“Let’s do this!” was less romance and more pre-game pep-rally.
Were we going to jump off a cliff together? Maybe metaphorically. But if his “I want to hang out with you” was the 21st century equivalent of Mr. Darcy’s “You must allow me to tell you how ardently I admire and love you,” then we were certainly in for a bumpy ride.
But such are the times we live in….
In all likelihood, you or someone you know shared that NYTimes Sunday Styles piece about dating in the age of texting and social media. About how traditional courtship has been replaced with the flippant one-offs of the hook-up generation.
For the most part, I thought the essay was a gross generalization that painted a bleak picture favoring an ever-increasing divorce rate.
But Alex Williams was on to something — “hanging out” has exited the realm of friendship and infiltrated the realm of courtship, leaving singles (particularly, single women) hoping to make the jump from “gone fishing!” to “got him!” in a perpetual state of confusion.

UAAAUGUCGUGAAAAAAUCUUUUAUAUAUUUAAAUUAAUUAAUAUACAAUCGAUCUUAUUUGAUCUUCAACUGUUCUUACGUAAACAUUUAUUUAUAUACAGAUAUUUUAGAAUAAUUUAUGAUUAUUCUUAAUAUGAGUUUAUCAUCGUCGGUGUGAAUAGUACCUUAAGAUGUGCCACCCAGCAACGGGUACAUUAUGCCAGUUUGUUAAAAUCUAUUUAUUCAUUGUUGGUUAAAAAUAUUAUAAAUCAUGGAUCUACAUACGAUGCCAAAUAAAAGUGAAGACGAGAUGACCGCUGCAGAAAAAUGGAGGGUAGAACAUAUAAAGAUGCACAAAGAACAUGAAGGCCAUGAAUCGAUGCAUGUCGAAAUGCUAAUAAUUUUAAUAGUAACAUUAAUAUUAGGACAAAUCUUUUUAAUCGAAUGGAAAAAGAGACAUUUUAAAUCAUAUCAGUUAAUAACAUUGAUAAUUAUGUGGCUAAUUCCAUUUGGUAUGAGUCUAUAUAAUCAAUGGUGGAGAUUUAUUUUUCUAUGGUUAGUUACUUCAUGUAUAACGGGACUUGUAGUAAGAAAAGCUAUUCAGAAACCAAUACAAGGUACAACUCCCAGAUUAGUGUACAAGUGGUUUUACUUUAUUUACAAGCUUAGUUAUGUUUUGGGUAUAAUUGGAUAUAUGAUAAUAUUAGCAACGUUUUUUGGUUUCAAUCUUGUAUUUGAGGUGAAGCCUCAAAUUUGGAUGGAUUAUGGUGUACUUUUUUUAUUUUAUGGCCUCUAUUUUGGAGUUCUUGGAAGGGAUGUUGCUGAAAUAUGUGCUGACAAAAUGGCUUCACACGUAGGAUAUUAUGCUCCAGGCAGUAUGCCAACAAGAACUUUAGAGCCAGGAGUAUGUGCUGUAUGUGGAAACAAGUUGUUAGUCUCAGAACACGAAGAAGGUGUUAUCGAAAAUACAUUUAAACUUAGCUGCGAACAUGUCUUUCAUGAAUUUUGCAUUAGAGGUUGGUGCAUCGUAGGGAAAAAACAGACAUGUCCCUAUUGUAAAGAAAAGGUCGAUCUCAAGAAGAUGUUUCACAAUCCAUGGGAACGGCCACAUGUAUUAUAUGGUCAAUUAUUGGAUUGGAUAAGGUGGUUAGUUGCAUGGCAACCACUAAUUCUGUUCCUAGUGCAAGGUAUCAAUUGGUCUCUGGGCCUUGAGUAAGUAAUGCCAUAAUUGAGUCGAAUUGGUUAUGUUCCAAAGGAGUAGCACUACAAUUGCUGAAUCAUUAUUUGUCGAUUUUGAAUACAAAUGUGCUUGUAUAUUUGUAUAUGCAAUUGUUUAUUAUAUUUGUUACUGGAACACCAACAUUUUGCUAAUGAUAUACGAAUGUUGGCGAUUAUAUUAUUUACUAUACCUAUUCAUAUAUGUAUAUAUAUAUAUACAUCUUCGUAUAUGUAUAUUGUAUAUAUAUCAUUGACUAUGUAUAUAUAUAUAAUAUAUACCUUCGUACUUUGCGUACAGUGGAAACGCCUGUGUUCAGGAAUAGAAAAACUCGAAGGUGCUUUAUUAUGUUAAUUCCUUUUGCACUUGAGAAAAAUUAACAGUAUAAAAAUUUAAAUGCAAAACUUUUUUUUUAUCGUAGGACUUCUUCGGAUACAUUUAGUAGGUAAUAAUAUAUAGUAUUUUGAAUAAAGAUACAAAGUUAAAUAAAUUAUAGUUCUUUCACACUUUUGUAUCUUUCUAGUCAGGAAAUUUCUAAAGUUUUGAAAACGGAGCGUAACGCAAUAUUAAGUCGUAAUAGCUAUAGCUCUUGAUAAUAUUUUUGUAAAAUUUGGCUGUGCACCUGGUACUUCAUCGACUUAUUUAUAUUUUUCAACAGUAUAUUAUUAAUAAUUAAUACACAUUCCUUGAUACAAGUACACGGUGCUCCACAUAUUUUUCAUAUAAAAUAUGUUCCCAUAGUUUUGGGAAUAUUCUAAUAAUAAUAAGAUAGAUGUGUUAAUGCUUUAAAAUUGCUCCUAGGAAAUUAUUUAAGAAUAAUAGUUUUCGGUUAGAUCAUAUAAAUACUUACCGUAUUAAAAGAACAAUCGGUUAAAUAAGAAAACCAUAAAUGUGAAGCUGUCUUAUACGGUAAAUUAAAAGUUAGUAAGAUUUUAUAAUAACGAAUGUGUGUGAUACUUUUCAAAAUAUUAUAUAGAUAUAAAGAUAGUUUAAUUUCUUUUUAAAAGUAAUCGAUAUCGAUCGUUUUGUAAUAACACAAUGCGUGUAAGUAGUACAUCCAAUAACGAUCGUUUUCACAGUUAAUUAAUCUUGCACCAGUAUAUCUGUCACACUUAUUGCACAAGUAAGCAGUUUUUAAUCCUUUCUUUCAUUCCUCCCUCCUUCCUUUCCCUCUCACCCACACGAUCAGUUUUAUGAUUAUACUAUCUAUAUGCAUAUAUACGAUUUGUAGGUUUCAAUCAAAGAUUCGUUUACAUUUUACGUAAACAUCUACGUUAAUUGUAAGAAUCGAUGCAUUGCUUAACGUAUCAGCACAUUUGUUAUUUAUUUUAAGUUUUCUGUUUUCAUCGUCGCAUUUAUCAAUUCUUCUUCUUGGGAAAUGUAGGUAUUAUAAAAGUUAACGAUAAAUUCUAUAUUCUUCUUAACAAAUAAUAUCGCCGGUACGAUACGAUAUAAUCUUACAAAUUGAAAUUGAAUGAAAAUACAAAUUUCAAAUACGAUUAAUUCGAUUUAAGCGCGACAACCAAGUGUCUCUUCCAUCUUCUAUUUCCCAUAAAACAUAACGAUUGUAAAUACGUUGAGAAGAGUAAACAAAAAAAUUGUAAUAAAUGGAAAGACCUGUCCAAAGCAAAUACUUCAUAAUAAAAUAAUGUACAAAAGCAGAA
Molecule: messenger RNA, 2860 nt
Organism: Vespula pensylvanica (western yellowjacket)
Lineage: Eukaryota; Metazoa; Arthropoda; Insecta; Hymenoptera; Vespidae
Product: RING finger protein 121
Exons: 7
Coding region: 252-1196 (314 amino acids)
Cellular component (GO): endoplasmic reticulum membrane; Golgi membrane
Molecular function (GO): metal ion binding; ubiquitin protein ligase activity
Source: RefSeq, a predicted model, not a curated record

“Let’s hang out.”
When I was a college student with more male than female friends, this was something I heard fairly often. In those days, it’s meaning was crystal clear: we’re going to keep it casual, keep it low-key, throw on a movie or pull out a deck of cards, open a bottle, maybe some people will join us, and by the way, we’re going to keep it platonic.
Oh! How fast things change!
Imagine my surprise when, a half decade later, a “let’s hang out” has translated into everything from “I’d like to take you to dinner” to “let’s hook-up” to “I’d like this to be serious.”
“Hanging out” as a colloquialism is the new “hooking up” — an appropriately non-committal term that keeps your options open and your morning-after stories vague.